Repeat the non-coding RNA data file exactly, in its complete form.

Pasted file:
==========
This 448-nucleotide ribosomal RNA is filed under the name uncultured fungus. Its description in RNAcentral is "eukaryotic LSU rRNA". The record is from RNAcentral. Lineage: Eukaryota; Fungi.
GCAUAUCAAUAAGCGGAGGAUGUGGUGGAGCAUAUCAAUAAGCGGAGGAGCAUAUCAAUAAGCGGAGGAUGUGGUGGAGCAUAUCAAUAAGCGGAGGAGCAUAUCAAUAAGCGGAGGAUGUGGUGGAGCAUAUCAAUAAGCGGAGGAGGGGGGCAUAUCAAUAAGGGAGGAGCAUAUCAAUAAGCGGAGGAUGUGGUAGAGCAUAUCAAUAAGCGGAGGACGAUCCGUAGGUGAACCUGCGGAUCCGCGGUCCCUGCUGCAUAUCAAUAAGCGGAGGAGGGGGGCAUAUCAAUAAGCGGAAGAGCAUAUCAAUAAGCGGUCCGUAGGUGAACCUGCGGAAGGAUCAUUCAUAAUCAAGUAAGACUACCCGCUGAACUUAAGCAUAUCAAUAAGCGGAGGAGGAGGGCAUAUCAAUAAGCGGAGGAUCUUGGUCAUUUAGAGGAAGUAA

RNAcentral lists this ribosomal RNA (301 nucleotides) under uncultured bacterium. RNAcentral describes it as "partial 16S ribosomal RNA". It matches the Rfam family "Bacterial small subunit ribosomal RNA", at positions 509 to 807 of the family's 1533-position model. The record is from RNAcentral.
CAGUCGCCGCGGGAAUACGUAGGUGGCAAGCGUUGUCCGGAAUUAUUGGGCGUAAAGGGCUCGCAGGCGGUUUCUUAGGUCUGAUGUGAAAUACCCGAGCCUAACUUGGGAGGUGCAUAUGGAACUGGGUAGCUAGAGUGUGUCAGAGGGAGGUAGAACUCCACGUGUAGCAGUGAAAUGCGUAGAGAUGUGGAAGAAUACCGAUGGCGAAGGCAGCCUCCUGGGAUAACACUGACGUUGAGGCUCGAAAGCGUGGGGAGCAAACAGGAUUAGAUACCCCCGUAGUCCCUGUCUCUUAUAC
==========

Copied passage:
This 448-nucleotide ribosomal RNA is filed under the name uncultured fungus. Its description in RNAcentral is "eukaryotic LSU rRNA". The record is from RNAcentral. Lineage: Eukaryota; Fungi.
GCAUAUCAAUAAGCGGAGGAUGUGGUGGAGCAUAUCAAUAAGCGGAGGAGCAUAUCAAUAAGCGGAGGAUGUGGUGGAGCAUAUCAAUAAGCGGAGGAGCAUAUCAAUAAGCGGAGGAUGUGGUGGAGCAUAUCAAUAAGCGGAGGAGGGGGGCAUAUCAAUAAGGGAGGAGCAUAUCAAUAAGCGGAGGAUGUGGUAGAGCAUAUCAAUAAGCGGAGGACGAUCCGUAGGUGAACCUGCGGAUCCGCGGUCCCUGCUGCAUAUCAAUAAGCGGAGGAGGGGGGCAUAUCAAUAAGCGGAAGAGCAUAUCAAUAAGCGGUCCGUAGGUGAACCUGCGGAAGGAUCAUUCAUAAUCAAGUAAGACUACCCGCUGAACUUAAGCAUAUCAAUAAGCGGAGGAGGAGGGCAUAUCAAUAAGCGGAGGAUCUUGGUCAUUUAGAGGAAGUAA

RNAcentral lists this ribosomal RNA (301 nucleotides) under uncultured bacterium. RNAcentral describes it as "partial 16S ribosomal RNA". It matches the Rfam family "Bacterial small subunit ribosomal RNA", at positions 509 to 807 of the family's 1533-position model. The record is from RNAcentral.
CAGUCGCCGCGGGAAUACGUAGGUGGCAAGCGUUGUCCGGAAUUAUUGGGCGUAAAGGGCUCGCAGGCGGUUUCUUAGGUCUGAUGUGAAAUACCCGAGCCUAACUUGGGAGGUGCAUAUGGAACUGGGUAGCUAGAGUGUGUCAGAGGGAGGUAGAACUCCACGUGUAGCAGUGAAAUGCGUAGAGAUGUGGAAGAAUACCGAUGGCGAAGGCAGCCUCCUGGGAUAACACUGACGUUGAGGCUCGAAAGCGUGGGGAGCAAACAGGAUUAGAUACCCCCGUAGUCCCUGUCUCUUAUAC